For the rest of the August 2009 issue of CRM magazine, please click here.
[Editors' Note: This is the second part of a three-part series. The first piece appeared in the April 2009 issue of CRM, and the conclusion will appear in the October 2009 issue.]
In a previous column, we examined Front Runner, a pseudonymous consumer brand with a social media initiative. (See “First Steps Are Always Critical,” April 2009.) That social media plan led to the implementation of a pilot at one of Front Runner’s four subsidiaries, which involved the development of a Community Engagement Plan (CEP). A typical CEP describes:
- an overview of the pilot;
- a timeline containing action items;
- the pilot’s business goals, objectives, and metrics;
- the target audience;
- the social media tools that will be used;
- how users will access the community;
- the messaging and communication vehicles—including local media—for promoting the community;
- business partners’ contributions; and
- who will fill various roles including: project owner; project manager; community manager; partner manager; technical lead; moderator; and administrator.
At Front Runner, the CEP established the following:
- Overview: Engage in a conversation with customers around how they can save using unique special deals.
- Audience: Members and prospects of all ages in a United States region, particularly with a strong focus on savings.
- Goals: Expand relationships, increase the perceived value of working with Front Runner, and support sales goals.
- Tools: Multiple blogs by subject-matter experts; a contest to identify the customer saving the most, or with the best savings story; forums around customer experiences with the special deals program and suggestions on new deals.
Here are the top lessons so far from Front Runner’s pilot:
- Securing support from executives depended on the community’s tight support for Front Runner’s business goals and objectives.
- Unlike most consumer social media sites that are still searching for a revenue-generating business model, from the outset Front Runner focused on establishing both standard community metrics (e.g., participation, content growth, etc.) and business-benefit metrics (new-customer revenues and penetration within key customer segments).
- The community was not launched as a standalone island, but designed instead to integrate with existing customer/prospect outreach programs and draw on existing organizational resources/initiatives. This helped secure needed backing from the subsidiary’s executive team.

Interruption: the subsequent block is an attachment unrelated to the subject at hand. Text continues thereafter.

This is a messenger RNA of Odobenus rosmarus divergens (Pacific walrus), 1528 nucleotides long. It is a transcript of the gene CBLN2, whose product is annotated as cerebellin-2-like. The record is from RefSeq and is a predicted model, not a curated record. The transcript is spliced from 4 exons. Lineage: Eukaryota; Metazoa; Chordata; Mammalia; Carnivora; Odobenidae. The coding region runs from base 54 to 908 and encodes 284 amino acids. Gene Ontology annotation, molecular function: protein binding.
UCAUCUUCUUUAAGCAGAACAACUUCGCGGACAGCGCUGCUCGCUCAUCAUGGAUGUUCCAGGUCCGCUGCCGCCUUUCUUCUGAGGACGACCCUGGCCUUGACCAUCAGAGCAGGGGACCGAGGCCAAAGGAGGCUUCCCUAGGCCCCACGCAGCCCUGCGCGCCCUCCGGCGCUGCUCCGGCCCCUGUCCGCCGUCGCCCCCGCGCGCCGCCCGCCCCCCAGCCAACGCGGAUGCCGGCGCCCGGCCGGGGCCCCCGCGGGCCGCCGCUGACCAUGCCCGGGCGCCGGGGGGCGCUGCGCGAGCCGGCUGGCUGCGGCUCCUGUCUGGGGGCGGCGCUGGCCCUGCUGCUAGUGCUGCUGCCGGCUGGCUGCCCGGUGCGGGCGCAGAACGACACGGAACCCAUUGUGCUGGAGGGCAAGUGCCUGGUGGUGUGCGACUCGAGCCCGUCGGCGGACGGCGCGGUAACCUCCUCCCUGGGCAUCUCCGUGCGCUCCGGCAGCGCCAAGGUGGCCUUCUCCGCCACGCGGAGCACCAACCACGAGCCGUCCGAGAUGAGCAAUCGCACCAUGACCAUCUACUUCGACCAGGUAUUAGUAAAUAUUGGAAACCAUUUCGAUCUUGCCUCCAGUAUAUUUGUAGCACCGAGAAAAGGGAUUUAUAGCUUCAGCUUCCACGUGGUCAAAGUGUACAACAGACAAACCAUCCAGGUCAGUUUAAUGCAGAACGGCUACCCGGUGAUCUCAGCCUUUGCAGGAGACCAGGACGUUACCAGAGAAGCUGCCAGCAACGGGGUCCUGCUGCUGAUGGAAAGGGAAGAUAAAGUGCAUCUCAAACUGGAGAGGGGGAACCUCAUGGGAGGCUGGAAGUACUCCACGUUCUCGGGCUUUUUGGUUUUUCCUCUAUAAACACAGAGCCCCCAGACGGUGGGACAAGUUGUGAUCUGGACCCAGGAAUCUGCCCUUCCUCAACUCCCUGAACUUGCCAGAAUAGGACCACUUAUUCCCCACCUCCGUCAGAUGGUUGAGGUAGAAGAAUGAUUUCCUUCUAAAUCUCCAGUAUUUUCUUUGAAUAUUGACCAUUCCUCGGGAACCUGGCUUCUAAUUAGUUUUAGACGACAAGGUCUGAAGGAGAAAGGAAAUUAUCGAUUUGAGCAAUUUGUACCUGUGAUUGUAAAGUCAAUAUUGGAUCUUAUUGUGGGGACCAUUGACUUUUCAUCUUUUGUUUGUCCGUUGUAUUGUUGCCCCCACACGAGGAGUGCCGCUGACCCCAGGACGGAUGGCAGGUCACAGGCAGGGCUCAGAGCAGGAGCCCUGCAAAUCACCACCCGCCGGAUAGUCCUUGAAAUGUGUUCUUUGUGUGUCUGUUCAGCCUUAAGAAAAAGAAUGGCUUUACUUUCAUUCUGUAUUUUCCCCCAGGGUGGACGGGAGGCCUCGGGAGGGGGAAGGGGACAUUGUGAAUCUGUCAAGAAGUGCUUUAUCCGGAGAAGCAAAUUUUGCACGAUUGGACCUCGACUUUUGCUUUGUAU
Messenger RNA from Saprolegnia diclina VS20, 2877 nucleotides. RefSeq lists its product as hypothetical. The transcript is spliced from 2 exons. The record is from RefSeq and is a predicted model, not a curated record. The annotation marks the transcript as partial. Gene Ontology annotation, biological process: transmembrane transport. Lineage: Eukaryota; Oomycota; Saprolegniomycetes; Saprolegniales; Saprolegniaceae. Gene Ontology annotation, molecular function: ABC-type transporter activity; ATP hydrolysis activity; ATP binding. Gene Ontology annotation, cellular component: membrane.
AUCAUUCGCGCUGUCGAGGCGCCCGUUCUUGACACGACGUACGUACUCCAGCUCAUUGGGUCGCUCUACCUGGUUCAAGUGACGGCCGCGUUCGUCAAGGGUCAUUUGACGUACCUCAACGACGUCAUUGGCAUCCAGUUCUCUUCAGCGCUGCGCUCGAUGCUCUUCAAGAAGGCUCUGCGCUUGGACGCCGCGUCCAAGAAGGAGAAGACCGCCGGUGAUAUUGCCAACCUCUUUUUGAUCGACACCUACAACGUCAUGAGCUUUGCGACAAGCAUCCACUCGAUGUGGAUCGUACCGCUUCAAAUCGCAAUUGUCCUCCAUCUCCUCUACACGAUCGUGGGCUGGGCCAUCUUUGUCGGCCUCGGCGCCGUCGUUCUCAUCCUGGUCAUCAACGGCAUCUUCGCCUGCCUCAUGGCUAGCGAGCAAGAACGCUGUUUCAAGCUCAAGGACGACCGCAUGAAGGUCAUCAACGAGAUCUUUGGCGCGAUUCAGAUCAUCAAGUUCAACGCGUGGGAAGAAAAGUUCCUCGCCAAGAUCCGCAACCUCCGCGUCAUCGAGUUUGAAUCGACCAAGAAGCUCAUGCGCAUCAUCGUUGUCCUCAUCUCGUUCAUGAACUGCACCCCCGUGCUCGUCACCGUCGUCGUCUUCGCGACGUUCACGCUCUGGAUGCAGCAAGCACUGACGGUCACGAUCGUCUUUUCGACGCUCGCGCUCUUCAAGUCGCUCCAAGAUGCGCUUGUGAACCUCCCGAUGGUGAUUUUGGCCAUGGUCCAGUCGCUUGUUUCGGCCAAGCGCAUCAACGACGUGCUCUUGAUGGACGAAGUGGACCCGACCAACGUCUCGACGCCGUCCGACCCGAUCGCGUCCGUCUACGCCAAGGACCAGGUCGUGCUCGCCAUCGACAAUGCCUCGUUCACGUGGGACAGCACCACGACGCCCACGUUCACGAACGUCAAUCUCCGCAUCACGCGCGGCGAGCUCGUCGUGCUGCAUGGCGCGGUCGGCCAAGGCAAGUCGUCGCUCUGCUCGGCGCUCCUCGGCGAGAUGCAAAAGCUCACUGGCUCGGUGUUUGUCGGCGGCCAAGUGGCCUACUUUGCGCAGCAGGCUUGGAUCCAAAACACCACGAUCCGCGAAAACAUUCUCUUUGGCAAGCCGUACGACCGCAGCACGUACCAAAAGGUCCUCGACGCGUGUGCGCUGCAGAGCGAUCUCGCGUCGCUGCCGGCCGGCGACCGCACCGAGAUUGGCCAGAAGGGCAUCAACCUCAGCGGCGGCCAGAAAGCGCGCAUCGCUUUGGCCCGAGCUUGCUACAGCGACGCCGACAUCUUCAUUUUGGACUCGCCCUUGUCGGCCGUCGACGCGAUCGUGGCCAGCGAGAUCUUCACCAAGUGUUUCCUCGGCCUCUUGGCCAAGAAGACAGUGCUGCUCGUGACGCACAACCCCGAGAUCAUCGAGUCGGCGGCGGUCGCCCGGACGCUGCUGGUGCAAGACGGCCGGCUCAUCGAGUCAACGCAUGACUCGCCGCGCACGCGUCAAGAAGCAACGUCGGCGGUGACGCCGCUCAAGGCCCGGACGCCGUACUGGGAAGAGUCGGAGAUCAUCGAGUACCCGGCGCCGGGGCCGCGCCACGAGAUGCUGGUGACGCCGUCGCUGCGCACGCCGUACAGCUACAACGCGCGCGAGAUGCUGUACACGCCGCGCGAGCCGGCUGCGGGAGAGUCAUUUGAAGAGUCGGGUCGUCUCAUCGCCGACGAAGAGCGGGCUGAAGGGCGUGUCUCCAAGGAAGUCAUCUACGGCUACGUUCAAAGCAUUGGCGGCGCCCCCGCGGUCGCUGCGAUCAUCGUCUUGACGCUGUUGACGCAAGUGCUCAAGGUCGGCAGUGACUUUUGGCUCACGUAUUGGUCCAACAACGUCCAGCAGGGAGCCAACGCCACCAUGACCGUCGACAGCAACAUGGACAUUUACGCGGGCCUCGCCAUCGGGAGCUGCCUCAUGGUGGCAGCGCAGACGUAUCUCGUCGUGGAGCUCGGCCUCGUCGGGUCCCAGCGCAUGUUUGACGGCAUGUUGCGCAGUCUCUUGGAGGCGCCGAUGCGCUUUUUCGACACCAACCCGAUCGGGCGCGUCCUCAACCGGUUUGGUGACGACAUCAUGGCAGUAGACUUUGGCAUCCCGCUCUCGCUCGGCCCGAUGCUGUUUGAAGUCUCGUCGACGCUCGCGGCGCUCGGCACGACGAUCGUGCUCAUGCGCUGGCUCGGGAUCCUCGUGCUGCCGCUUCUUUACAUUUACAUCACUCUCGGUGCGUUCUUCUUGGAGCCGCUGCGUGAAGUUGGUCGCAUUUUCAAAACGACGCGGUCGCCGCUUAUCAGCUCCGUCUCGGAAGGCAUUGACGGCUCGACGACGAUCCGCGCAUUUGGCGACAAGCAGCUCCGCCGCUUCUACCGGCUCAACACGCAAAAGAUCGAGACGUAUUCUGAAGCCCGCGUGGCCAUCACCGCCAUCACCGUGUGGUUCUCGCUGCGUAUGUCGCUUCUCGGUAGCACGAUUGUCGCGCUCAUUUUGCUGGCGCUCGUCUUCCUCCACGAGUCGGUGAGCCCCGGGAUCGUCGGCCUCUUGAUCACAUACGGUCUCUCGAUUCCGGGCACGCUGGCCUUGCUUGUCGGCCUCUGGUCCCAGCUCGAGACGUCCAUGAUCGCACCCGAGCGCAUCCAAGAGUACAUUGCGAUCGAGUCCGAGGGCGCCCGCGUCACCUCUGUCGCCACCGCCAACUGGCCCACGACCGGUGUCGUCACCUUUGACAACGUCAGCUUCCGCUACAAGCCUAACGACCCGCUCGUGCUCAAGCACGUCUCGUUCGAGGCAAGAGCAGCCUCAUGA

- Front Runner decided to invite partners and distribution-channel members to participate in the community—writing blogs, participating in forums, and sponsoring contests. These external resources helped Front Runner add diversity and strength to its community efforts.
- On Front Runner’s behalf, we spent months reviewing social media platform vendors. The majority of these vendors are still feeling their way in an industry that’s truly in the introductory stage of its life cycle. It’s a bit like the Wild West out there—so be extra careful to conduct due diligence when choosing a vendor partner.
- Front Runner spent a lot of time pondering how best to monitor and moderate its community. While social media platform tools can filter comments for appropriateness, you also want to monitor for accuracy and civility. We share monitoring responsibilities with Front Runner during the pilot, and together we’re still learning about the many effective ways to counter self-serving or inflammatory statements without taking away from the spontaneity of the community.
- The community creates a two-way dialogue with customers and prospects—and since Front Runner must be prepared to respond in a timely manner, employees have agreed to actively participate at the outset.
- After a few false starts, Front Runner has learned that it’s critical to design and launch a social media community around a topic that the organization is passionate about.
In the final column of this three-part series, I’ll describe the impact that Front Runner’s social media communities have had on customer loyalty, retention, and sales.
Barton Goldenberg (firstname.lastname@example.org) is president and founder of ISM, Inc., a Bethesda, Md.–based strategic consulting organization that since 1985 has specialized in CRM, contact centers, and the Digital Client. He is the publisher of The Guide to CRM Automation and author of the new CRM in Real Time: Empowering Customer Relationships (Information Today, Inc.).
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